During all of my visits the last dozen years or so, there was something I just had to see in New York, but for various reasons, couldn’t.  One thing that always held me back was the sight of NYPD officers in the subway; wearing Kevlar and toting automatic weapons in those queasy years after 9/11.  Another hold back was from fear of detection and a possible fine by Transit Authority officials.

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NY Ephemera #1

In New York now it’s easier than ever to find out about things you’d been curious about for years.  Intrigued by palimpsests, I’ve always wondered about those old F.M. Ring painted ads about a dozen stories up on several old buildings in the Twenties.  I assumed they were many decades old but failed to notice until my last visit that there was no telephone exchange name, like CH5-4565.  The ads must be no older than the Sixties, probably late Sixties because there are 7-digit numbers painted there.

Faded a bit, but how old?

Faded a bit, but how old?

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The 26th Street Flea

There was a flea market that assembled itself outside the gates of Pratt Institute in Brooklyn some Sundays.  The trouble was, it only convened on “some Sundays,” it was unreliable.  It didn’t matter much anyways, I and my art student friends were usually broke; and the stuff they offered wasn’t worth much.  It was all new stuff, and to me that really was worthless.  I figured flea markets should only sell old stuff.

This flea had come a long way from the early days a century before when upholstered furniture for sale had to (by law) be brought outside the city limits of Paris, to stop the infestation and spread of fleas.  The only thing I remember buying at the Pratt Gate was a red pillow with little pineapples all over it.  My girlfriend Isabelle bought a matching one.

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18 Arhans, and Others like It

My friend Susan has been a vegan for decades.  She’s invested a lot of time finding the healthiest, tastiest vegan cuisine in New York.  When I was in the City, sometimes I’d come along for the sampling of cuisine, sometimes not.

Knowing about my burgeoning interest in Buddhist Meditation, she brought me along one day in 2004 during one of my mad-dash visits to New York from the Pacific Northwest.  She said there was a place I had to try, that it was run by a Buddhist Nun.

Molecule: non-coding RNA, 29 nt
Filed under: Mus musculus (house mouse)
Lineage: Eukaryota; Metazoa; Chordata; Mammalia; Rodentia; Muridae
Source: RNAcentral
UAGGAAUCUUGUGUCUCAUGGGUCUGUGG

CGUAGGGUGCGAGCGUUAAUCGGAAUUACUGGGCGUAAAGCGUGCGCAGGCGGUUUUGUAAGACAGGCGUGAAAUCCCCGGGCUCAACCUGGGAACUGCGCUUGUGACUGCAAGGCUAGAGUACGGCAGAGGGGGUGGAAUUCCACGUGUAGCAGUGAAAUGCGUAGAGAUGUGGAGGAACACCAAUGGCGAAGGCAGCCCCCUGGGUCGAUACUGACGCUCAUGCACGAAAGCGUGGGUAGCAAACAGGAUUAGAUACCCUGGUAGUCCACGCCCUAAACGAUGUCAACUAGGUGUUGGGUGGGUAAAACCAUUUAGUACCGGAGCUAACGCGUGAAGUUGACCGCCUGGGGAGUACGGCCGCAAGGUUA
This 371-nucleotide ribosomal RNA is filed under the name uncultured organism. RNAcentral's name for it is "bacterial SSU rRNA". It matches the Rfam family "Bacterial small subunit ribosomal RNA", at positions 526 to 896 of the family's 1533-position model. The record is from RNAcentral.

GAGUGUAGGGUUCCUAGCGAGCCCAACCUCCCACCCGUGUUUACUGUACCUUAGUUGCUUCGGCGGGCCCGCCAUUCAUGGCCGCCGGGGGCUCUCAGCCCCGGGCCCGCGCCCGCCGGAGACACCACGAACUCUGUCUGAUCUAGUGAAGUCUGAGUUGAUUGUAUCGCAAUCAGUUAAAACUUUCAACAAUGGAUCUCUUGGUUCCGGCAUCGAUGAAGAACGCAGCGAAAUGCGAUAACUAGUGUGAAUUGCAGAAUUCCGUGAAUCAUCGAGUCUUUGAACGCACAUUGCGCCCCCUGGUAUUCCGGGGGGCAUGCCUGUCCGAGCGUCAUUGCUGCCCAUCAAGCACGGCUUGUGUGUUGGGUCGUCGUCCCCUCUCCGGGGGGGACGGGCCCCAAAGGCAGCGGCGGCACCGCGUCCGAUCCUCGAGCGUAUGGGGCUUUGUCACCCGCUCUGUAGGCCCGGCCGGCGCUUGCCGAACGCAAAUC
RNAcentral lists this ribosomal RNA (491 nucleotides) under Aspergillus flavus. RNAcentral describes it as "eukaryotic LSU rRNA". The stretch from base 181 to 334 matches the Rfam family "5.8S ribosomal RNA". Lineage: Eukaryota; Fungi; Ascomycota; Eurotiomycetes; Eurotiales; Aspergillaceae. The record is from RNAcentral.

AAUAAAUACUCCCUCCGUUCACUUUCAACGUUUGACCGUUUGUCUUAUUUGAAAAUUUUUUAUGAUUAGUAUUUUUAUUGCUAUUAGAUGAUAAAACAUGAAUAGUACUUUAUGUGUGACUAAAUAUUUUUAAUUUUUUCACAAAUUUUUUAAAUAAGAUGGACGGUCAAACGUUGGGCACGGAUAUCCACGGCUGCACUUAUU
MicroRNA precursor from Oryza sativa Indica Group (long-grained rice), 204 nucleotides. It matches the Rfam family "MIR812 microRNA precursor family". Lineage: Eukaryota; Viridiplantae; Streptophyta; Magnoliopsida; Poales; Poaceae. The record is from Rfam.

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Requiem for Two Boots

Twenty years ago tonight I had my last drink ever at my favorite watering hole and hangout, Two Boots Restaurant and Bar in Brooklyn.  I was there (as if I ever needed an excuse) to attend the screening, the World Premiere, if you will, of a 90 minute long silent movie comedy called “The Schenectady Massacre.”  It was based on a real historic event, a 17th Century massacre at a fort in upstate New York.  It had been filmed on location back in February.

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Find Yourself

I love being tracked.  I know people nowadays have concerns about the NSA snooping into their business and whatnot; civil liberties: blah blah blah; but I just look at all that as a sign that somebody somewhere cares.  It’s comforting to me.  I realize this attitude may come about as a result of negligent parenting, but I try not to dwell on the whos or whys too much.

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Hey New York, Quit Changing So Fast!

I haven’t lived in New York since 1999.  But I’m still a New Yorker, there’s no doubt about that!  It’s like being a Marine, once one; always one.  But I’ll admit something here, I’ve lost track.  And for that I’m very concerned.  I haven’t been there for years now and it’s changed so much, and well….. what will I do?!